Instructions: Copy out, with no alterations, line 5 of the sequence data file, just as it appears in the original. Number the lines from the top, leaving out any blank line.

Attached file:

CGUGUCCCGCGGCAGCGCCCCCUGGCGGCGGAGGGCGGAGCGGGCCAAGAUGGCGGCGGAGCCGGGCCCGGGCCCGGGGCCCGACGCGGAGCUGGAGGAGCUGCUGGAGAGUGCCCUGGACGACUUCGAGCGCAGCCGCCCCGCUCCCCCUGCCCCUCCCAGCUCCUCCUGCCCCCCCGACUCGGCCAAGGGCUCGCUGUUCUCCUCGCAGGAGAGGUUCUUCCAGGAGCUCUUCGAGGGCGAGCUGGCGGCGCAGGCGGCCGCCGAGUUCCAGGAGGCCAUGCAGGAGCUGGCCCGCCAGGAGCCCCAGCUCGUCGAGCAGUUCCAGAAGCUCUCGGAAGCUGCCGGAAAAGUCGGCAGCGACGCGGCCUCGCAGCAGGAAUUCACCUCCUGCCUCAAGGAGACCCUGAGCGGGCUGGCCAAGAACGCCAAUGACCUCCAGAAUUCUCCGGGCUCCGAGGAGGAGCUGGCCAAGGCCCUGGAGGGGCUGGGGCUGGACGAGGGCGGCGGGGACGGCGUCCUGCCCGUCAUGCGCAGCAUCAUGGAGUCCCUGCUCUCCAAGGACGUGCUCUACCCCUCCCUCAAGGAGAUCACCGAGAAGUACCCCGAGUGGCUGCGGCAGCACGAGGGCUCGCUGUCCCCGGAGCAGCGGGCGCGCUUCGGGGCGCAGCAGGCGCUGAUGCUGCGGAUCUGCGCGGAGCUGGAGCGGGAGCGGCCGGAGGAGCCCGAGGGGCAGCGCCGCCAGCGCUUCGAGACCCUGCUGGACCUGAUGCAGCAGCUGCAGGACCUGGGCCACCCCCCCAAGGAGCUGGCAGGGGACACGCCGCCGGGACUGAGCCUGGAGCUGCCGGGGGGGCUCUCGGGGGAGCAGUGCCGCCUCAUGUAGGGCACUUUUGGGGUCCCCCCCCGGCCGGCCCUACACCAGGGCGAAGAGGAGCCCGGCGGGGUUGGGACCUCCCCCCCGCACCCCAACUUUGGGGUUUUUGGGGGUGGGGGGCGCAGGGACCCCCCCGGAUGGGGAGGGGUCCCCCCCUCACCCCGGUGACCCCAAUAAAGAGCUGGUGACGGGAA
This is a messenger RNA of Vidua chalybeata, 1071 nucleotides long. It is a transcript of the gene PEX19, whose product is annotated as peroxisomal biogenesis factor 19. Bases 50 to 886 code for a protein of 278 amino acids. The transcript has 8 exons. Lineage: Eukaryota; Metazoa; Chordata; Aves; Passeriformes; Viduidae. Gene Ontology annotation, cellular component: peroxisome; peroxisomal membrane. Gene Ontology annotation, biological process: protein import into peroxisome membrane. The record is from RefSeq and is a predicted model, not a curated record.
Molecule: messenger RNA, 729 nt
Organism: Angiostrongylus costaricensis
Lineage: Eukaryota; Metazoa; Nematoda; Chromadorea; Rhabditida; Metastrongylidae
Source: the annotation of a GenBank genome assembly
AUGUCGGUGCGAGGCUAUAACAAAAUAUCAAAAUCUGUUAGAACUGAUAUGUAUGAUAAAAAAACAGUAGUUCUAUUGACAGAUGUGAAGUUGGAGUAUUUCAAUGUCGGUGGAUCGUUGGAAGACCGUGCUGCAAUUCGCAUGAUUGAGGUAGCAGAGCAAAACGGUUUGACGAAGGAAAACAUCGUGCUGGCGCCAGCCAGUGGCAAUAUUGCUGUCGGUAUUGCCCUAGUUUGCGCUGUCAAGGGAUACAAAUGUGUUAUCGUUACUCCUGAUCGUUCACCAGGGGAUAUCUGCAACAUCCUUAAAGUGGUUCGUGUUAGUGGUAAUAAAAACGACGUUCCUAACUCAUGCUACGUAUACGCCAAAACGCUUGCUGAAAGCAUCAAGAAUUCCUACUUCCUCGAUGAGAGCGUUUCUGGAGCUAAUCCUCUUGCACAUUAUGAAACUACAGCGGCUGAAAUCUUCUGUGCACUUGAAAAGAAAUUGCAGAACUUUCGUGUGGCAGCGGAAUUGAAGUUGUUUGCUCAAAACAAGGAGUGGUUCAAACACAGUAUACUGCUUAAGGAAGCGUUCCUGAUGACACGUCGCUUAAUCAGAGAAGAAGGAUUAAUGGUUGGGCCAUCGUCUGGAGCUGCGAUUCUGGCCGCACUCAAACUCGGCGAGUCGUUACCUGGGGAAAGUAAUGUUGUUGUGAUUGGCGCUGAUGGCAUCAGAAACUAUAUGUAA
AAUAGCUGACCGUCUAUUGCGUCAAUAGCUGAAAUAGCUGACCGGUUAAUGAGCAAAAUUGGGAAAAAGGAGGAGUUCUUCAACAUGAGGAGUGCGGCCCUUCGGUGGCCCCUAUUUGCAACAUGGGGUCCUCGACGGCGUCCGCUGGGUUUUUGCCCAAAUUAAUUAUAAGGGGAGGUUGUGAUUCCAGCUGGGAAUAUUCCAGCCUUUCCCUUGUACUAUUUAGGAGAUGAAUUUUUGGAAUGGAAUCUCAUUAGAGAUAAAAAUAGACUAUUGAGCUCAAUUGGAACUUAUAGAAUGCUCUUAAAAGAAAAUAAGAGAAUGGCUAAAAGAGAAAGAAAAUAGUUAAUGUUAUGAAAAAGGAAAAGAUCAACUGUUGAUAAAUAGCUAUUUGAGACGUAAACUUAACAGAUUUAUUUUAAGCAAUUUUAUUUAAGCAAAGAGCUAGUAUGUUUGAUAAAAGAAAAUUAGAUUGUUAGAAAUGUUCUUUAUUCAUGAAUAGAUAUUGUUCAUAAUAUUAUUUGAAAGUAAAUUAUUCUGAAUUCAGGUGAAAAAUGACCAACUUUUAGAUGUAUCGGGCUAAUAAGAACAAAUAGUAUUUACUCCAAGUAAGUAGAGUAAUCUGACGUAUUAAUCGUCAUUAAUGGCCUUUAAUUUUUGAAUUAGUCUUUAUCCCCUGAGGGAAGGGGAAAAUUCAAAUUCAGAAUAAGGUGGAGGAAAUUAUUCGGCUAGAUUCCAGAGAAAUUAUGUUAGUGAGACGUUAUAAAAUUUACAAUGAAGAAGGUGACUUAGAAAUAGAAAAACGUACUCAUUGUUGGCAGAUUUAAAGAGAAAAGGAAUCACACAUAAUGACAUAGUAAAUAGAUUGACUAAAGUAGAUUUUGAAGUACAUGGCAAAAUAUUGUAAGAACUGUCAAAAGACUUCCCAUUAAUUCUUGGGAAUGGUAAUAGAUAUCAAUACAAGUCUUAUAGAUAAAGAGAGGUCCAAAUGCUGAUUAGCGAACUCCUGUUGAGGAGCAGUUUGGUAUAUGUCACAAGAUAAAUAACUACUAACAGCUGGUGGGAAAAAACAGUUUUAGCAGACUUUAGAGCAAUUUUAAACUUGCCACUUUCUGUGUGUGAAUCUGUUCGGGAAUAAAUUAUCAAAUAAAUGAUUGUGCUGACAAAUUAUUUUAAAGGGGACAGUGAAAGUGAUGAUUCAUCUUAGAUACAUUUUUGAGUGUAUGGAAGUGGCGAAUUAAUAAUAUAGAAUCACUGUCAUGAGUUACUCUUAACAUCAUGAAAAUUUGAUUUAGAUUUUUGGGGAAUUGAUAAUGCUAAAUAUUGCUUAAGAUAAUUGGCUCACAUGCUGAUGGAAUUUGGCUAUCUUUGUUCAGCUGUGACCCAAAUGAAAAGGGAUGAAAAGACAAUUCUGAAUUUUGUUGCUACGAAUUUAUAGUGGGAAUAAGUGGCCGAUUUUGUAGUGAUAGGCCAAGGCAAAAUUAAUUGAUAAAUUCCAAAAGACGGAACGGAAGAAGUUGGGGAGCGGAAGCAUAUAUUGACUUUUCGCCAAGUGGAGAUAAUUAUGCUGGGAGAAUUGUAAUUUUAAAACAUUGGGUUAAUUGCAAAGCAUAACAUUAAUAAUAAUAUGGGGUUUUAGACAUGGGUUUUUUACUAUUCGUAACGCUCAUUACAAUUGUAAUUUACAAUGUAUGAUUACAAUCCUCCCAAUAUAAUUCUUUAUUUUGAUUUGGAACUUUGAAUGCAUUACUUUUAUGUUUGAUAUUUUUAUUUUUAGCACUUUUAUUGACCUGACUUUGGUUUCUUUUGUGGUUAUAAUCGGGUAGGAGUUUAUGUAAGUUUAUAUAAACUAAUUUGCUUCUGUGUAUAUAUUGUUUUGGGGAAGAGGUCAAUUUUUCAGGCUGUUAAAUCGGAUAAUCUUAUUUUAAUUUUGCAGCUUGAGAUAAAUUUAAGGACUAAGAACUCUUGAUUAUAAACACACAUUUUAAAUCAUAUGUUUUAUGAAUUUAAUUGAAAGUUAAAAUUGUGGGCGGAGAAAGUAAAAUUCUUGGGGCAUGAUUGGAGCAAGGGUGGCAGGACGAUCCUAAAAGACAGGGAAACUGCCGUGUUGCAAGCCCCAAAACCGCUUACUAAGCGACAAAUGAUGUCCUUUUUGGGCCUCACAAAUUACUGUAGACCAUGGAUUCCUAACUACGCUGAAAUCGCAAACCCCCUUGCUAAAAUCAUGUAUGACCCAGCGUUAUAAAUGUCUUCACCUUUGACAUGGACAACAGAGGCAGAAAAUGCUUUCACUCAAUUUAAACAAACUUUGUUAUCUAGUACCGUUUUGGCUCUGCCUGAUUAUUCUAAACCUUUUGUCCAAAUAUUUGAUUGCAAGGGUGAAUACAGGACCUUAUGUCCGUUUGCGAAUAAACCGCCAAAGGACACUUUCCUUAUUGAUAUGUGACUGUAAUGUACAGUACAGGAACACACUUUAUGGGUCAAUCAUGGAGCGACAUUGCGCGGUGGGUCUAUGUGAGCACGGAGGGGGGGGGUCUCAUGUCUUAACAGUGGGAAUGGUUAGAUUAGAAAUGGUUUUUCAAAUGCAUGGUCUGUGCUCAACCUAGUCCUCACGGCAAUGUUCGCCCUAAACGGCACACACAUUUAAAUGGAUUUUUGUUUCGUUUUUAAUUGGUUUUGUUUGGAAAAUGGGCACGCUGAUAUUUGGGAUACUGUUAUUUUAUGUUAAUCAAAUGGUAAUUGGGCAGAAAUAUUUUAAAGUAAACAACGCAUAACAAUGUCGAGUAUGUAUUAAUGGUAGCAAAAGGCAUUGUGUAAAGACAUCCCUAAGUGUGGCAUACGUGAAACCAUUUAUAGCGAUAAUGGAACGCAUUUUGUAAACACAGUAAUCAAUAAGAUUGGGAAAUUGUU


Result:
Lineage: Eukaryota; Metazoa; Nematoda; Chromadorea; Rhabditida; Metastrongylidae